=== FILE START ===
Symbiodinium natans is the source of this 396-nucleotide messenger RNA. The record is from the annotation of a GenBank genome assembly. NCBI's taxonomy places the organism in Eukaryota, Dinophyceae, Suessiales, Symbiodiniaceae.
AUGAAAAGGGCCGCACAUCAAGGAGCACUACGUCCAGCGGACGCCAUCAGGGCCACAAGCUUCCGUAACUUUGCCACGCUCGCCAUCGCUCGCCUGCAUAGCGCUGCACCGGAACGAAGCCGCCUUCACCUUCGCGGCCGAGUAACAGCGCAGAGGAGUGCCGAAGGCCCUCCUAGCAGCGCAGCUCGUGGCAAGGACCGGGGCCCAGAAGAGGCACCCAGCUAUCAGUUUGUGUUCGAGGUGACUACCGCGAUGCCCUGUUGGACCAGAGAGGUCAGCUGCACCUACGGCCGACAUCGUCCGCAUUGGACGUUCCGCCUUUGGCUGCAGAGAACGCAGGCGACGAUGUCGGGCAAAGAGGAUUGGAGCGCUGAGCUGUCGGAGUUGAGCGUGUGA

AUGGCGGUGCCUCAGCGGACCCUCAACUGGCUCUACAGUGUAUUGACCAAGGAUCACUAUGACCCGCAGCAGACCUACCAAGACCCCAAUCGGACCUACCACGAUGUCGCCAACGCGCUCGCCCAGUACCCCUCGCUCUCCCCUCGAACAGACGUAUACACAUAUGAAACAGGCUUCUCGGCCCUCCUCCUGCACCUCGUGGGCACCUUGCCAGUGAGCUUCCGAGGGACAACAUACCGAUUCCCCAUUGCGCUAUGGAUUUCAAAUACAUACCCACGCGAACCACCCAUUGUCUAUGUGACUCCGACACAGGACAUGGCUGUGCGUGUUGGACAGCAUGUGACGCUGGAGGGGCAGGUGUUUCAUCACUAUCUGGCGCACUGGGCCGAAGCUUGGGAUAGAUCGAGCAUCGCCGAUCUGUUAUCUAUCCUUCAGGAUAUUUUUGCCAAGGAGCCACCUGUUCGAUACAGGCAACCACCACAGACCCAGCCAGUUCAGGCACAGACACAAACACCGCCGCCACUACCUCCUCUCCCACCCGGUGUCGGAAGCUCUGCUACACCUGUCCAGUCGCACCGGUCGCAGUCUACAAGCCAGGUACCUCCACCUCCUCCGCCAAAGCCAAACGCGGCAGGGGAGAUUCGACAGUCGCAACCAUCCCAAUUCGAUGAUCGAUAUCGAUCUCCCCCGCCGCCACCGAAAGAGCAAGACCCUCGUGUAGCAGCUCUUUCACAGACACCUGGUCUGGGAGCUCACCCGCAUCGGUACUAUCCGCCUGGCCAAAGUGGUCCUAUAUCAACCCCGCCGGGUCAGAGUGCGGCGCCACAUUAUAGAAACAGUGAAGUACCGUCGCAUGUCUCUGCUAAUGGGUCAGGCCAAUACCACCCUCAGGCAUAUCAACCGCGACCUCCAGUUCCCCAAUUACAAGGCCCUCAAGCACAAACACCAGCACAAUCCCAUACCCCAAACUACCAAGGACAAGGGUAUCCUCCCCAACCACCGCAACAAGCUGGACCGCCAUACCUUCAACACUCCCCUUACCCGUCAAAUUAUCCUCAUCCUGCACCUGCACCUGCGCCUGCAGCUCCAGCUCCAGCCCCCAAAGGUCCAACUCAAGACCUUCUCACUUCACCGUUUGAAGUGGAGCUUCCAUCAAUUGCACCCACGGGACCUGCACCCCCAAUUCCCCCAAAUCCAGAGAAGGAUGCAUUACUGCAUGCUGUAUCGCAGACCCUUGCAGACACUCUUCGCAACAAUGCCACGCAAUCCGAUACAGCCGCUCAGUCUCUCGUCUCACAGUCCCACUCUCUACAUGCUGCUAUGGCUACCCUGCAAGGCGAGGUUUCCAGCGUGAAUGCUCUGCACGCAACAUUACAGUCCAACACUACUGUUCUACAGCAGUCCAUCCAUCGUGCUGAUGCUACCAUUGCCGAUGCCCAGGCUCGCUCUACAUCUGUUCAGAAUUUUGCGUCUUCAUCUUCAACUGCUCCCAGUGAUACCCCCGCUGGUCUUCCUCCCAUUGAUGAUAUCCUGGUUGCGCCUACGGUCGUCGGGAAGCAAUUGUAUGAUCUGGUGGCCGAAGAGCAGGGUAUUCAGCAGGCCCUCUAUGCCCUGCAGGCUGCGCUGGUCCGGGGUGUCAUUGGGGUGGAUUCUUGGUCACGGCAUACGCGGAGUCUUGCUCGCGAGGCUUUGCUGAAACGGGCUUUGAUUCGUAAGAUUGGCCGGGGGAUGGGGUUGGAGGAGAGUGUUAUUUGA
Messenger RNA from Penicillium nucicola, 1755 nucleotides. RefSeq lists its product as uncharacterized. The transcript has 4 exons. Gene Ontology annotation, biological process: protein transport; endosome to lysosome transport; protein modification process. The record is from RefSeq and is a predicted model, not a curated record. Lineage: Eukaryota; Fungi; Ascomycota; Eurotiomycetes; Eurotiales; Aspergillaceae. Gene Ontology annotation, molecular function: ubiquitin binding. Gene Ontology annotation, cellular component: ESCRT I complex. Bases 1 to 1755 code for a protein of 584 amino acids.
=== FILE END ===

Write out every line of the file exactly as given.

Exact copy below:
Symbiodinium natans is the source of this 396-nucleotide messenger RNA. The record is from the annotation of a GenBank genome assembly. NCBI's taxonomy places the organism in Eukaryota, Dinophyceae, Suessiales, Symbiodiniaceae.
AUGAAAAGGGCCGCACAUCAAGGAGCACUACGUCCAGCGGACGCCAUCAGGGCCACAAGCUUCCGUAACUUUGCCACGCUCGCCAUCGCUCGCCUGCAUAGCGCUGCACCGGAACGAAGCCGCCUUCACCUUCGCGGCCGAGUAACAGCGCAGAGGAGUGCCGAAGGCCCUCCUAGCAGCGCAGCUCGUGGCAAGGACCGGGGCCCAGAAGAGGCACCCAGCUAUCAGUUUGUGUUCGAGGUGACUACCGCGAUGCCCUGUUGGACCAGAGAGGUCAGCUGCACCUACGGCCGACAUCGUCCGCAUUGGACGUUCCGCCUUUGGCUGCAGAGAACGCAGGCGACGAUGUCGGGCAAAGAGGAUUGGAGCGCUGAGCUGUCGGAGUUGAGCGUGUGA

AUGGCGGUGCCUCAGCGGACCCUCAACUGGCUCUACAGUGUAUUGACCAAGGAUCACUAUGACCCGCAGCAGACCUACCAAGACCCCAAUCGGACCUACCACGAUGUCGCCAACGCGCUCGCCCAGUACCCCUCGCUCUCCCCUCGAACAGACGUAUACACAUAUGAAACAGGCUUCUCGGCCCUCCUCCUGCACCUCGUGGGCACCUUGCCAGUGAGCUUCCGAGGGACAACAUACCGAUUCCCCAUUGCGCUAUGGAUUUCAAAUACAUACCCACGCGAACCACCCAUUGUCUAUGUGACUCCGACACAGGACAUGGCUGUGCGUGUUGGACAGCAUGUGACGCUGGAGGGGCAGGUGUUUCAUCACUAUCUGGCGCACUGGGCCGAAGCUUGGGAUAGAUCGAGCAUCGCCGAUCUGUUAUCUAUCCUUCAGGAUAUUUUUGCCAAGGAGCCACCUGUUCGAUACAGGCAACCACCACAGACCCAGCCAGUUCAGGCACAGACACAAACACCGCCGCCACUACCUCCUCUCCCACCCGGUGUCGGAAGCUCUGCUACACCUGUCCAGUCGCACCGGUCGCAGUCUACAAGCCAGGUACCUCCACCUCCUCCGCCAAAGCCAAACGCGGCAGGGGAGAUUCGACAGUCGCAACCAUCCCAAUUCGAUGAUCGAUAUCGAUCUCCCCCGCCGCCACCGAAAGAGCAAGACCCUCGUGUAGCAGCUCUUUCACAGACACCUGGUCUGGGAGCUCACCCGCAUCGGUACUAUCCGCCUGGCCAAAGUGGUCCUAUAUCAACCCCGCCGGGUCAGAGUGCGGCGCCACAUUAUAGAAACAGUGAAGUACCGUCGCAUGUCUCUGCUAAUGGGUCAGGCCAAUACCACCCUCAGGCAUAUCAACCGCGACCUCCAGUUCCCCAAUUACAAGGCCCUCAAGCACAAACACCAGCACAAUCCCAUACCCCAAACUACCAAGGACAAGGGUAUCCUCCCCAACCACCGCAACAAGCUGGACCGCCAUACCUUCAACACUCCCCUUACCCGUCAAAUUAUCCUCAUCCUGCACCUGCACCUGCGCCUGCAGCUCCAGCUCCAGCCCCCAAAGGUCCAACUCAAGACCUUCUCACUUCACCGUUUGAAGUGGAGCUUCCAUCAAUUGCACCCACGGGACCUGCACCCCCAAUUCCCCCAAAUCCAGAGAAGGAUGCAUUACUGCAUGCUGUAUCGCAGACCCUUGCAGACACUCUUCGCAACAAUGCCACGCAAUCCGAUACAGCCGCUCAGUCUCUCGUCUCACAGUCCCACUCUCUACAUGCUGCUAUGGCUACCCUGCAAGGCGAGGUUUCCAGCGUGAAUGCUCUGCACGCAACAUUACAGUCCAACACUACUGUUCUACAGCAGUCCAUCCAUCGUGCUGAUGCUACCAUUGCCGAUGCCCAGGCUCGCUCUACAUCUGUUCAGAAUUUUGCGUCUUCAUCUUCAACUGCUCCCAGUGAUACCCCCGCUGGUCUUCCUCCCAUUGAUGAUAUCCUGGUUGCGCCUACGGUCGUCGGGAAGCAAUUGUAUGAUCUGGUGGCCGAAGAGCAGGGUAUUCAGCAGGCCCUCUAUGCCCUGCAGGCUGCGCUGGUCCGGGGUGUCAUUGGGGUGGAUUCUUGGUCACGGCAUACGCGGAGUCUUGCUCGCGAGGCUUUGCUGAAACGGGCUUUGAUUCGUAAGAUUGGCCGGGGGAUGGGGUUGGAGGAGAGUGUUAUUUGA
Messenger RNA from Penicillium nucicola, 1755 nucleotides. RefSeq lists its product as uncharacterized. The transcript has 4 exons. Gene Ontology annotation, biological process: protein transport; endosome to lysosome transport; protein modification process. The record is from RefSeq and is a predicted model, not a curated record. Lineage: Eukaryota; Fungi; Ascomycota; Eurotiomycetes; Eurotiales; Aspergillaceae. Gene Ontology annotation, molecular function: ubiquitin binding. Gene Ontology annotation, cellular component: ESCRT I complex. Bases 1 to 1755 code for a protein of 584 amino acids.